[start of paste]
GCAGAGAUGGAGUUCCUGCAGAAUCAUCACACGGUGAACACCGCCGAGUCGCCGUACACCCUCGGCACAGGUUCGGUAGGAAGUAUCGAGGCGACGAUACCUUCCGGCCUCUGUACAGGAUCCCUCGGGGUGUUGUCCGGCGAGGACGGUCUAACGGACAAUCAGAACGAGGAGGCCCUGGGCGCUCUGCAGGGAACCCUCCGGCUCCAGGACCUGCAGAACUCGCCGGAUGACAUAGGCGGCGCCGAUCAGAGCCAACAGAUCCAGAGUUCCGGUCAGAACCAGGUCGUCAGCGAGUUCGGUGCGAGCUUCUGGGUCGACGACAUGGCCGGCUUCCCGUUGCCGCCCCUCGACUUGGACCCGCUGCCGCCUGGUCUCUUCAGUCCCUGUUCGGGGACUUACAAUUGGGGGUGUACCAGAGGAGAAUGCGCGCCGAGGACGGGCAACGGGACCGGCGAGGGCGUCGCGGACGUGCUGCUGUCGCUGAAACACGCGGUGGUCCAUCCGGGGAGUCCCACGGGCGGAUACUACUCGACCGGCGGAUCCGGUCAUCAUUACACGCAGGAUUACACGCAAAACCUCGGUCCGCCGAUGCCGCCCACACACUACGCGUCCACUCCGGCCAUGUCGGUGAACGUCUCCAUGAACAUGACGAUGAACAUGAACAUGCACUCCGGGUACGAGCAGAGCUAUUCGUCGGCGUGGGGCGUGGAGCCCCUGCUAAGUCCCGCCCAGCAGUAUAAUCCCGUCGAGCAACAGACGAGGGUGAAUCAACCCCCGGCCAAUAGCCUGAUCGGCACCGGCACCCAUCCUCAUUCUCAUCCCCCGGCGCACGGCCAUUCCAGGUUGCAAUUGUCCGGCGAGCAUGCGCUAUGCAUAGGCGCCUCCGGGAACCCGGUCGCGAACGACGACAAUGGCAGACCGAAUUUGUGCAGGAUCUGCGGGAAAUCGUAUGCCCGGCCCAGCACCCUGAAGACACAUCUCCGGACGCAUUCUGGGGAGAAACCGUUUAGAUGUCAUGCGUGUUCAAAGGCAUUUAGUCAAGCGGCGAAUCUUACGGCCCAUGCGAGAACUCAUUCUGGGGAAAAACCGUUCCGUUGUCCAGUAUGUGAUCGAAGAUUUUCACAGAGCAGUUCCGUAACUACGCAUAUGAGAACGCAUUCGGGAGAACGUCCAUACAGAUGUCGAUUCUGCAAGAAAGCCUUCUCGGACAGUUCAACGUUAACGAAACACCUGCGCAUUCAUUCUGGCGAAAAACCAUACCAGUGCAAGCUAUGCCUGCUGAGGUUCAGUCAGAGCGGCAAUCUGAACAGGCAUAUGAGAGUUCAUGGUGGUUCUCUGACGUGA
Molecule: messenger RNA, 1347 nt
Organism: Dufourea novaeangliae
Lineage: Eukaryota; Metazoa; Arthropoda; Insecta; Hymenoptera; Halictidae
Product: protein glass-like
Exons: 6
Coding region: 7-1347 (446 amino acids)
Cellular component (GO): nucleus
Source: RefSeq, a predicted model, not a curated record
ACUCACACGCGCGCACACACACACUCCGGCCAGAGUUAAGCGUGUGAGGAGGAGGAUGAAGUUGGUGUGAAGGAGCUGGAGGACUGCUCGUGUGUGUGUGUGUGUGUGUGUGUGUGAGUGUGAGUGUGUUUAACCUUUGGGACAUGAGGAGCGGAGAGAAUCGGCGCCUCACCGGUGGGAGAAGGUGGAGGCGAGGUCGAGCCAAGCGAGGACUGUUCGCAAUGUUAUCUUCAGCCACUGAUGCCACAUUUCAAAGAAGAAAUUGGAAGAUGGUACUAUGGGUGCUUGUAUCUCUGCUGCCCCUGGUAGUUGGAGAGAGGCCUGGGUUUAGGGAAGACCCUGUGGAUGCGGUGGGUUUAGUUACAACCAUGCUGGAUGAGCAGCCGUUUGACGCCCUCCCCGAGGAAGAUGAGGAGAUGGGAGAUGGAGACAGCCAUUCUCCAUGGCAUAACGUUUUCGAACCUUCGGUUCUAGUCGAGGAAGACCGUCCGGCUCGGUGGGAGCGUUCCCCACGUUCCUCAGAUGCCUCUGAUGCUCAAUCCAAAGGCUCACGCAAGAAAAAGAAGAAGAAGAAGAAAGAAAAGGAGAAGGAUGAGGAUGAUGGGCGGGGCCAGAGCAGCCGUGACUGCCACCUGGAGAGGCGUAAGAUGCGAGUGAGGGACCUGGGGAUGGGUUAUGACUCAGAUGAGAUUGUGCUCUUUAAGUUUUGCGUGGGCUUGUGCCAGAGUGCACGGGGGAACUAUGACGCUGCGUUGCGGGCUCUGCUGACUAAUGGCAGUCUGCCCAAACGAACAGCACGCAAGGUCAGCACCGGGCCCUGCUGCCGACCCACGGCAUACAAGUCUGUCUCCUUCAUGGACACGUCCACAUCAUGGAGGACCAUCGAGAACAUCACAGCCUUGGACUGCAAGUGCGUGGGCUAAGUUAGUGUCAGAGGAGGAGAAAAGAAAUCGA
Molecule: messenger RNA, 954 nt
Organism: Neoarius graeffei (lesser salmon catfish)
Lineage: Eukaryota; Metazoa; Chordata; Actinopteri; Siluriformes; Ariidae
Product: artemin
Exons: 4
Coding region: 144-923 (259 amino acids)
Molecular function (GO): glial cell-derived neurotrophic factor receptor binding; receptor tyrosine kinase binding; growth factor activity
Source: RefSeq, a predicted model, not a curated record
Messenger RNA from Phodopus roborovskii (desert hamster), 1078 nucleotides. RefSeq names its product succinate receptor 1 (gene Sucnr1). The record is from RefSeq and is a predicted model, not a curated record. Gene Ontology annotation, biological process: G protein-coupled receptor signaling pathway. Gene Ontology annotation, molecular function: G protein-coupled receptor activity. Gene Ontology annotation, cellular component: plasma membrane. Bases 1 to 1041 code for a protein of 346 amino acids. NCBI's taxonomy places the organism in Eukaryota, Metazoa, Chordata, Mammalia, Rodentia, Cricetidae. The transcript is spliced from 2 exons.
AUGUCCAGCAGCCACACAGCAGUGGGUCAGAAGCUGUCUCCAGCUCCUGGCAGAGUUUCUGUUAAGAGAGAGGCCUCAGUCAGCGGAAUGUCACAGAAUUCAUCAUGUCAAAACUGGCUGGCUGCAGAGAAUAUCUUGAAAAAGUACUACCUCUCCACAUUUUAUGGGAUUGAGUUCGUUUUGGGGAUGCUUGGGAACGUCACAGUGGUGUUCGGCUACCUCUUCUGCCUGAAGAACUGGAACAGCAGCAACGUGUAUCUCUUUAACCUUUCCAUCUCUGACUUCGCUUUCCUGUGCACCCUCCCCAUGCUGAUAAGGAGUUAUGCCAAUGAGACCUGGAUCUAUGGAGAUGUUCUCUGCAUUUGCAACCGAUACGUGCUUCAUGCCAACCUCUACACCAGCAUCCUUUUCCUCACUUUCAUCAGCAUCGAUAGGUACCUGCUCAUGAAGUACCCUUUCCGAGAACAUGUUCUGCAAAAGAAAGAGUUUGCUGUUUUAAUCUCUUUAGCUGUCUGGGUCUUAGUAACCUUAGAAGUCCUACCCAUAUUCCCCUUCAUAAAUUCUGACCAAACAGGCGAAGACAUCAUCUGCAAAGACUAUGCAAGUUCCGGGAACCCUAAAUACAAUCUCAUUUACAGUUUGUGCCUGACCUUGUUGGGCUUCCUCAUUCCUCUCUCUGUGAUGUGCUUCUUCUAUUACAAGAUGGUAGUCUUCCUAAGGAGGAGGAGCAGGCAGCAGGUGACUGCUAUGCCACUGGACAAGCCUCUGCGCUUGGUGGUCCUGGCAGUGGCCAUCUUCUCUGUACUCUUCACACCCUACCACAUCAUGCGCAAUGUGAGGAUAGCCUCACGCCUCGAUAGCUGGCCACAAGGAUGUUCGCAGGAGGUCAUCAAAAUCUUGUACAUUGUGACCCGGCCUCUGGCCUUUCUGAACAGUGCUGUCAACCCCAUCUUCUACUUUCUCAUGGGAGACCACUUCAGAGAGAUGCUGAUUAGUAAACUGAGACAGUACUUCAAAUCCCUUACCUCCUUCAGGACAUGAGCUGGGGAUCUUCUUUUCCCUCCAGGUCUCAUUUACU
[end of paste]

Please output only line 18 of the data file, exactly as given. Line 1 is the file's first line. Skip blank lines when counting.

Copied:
Source: RefSeq, a predicted model, not a curated record